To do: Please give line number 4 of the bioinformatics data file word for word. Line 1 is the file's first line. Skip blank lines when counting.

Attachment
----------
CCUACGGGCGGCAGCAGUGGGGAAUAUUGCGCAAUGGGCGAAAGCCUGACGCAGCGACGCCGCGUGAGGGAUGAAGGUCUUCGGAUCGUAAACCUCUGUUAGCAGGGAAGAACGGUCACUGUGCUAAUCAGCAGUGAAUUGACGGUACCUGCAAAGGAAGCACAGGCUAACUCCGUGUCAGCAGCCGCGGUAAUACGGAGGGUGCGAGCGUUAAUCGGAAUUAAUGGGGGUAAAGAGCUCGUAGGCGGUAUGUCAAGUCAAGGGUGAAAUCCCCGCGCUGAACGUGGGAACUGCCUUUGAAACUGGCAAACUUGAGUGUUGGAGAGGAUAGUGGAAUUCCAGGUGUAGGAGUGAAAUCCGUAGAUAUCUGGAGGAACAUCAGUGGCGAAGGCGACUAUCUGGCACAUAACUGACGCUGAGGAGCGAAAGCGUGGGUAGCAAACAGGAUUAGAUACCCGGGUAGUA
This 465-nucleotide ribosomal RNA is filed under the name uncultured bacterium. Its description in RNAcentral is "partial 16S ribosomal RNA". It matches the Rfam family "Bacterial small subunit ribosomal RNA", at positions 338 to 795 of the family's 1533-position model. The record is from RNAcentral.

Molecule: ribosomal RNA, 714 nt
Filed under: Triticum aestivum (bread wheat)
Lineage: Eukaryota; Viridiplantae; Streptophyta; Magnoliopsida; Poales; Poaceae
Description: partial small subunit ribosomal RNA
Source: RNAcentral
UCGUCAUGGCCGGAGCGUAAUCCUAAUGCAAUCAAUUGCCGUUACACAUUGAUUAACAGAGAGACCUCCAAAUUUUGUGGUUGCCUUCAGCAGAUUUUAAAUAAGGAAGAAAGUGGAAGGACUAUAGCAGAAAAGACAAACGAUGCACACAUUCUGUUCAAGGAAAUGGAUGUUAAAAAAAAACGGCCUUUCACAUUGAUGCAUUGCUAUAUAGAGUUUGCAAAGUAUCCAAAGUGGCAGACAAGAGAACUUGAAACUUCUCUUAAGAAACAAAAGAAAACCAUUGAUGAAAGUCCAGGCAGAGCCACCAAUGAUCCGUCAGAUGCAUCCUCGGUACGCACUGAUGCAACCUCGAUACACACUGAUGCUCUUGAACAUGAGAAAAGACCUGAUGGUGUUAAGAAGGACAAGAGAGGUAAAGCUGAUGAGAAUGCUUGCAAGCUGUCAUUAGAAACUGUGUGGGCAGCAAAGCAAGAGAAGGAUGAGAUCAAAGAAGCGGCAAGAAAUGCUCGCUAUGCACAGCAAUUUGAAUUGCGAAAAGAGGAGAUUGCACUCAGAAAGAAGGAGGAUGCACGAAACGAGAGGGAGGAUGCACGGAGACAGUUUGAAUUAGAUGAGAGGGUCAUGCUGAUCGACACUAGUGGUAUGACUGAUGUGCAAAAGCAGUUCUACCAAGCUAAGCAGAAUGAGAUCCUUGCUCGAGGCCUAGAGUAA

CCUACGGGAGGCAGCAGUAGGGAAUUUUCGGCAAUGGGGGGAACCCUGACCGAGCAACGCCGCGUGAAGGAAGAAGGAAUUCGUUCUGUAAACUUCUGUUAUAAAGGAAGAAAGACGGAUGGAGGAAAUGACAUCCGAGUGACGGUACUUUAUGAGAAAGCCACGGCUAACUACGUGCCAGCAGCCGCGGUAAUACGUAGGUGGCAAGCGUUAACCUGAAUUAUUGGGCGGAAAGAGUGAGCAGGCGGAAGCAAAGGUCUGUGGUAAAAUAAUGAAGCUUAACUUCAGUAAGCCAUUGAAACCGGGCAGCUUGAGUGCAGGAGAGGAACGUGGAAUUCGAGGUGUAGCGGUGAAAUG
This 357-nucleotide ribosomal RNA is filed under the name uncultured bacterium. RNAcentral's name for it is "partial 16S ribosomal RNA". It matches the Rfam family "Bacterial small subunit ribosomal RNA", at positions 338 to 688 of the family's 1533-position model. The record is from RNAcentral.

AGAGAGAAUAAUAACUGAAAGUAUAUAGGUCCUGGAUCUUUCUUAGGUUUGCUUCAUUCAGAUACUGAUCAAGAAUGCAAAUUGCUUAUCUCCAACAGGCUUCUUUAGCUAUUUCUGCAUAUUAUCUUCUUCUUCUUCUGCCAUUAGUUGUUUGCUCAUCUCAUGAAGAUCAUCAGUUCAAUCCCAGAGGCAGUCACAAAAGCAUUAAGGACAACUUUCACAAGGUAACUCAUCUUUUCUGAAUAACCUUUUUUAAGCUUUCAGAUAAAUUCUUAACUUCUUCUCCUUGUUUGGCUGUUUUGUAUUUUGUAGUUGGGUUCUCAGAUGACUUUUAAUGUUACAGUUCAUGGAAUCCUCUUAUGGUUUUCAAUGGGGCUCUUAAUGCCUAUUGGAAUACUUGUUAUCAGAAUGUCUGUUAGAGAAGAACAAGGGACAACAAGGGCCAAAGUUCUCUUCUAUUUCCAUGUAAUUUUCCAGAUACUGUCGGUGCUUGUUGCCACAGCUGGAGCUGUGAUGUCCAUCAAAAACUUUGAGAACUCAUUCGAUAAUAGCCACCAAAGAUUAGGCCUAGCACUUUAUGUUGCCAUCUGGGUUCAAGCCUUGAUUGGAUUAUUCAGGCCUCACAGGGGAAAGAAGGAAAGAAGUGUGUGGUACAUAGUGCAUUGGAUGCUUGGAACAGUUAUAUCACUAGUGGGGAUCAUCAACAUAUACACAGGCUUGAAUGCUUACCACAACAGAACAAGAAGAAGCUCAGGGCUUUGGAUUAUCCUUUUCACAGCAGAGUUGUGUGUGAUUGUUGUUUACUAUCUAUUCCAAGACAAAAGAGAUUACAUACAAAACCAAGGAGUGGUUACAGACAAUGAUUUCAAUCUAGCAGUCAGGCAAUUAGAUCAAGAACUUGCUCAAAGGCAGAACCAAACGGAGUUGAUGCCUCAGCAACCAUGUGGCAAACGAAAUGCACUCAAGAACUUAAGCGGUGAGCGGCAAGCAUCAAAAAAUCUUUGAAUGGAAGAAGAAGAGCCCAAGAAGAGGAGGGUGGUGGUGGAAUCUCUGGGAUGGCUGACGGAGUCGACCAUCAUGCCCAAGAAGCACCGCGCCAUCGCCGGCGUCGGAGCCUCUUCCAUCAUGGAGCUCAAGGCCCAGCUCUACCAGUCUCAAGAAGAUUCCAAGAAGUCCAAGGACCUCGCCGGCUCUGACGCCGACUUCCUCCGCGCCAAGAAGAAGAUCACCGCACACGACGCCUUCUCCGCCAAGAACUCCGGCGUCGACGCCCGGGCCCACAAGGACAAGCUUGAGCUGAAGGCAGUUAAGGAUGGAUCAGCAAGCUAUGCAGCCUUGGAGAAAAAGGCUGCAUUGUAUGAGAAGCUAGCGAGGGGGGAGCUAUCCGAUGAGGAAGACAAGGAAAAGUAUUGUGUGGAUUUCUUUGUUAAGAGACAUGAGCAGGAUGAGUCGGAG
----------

Filed under: Triticum aestivum (bread wheat)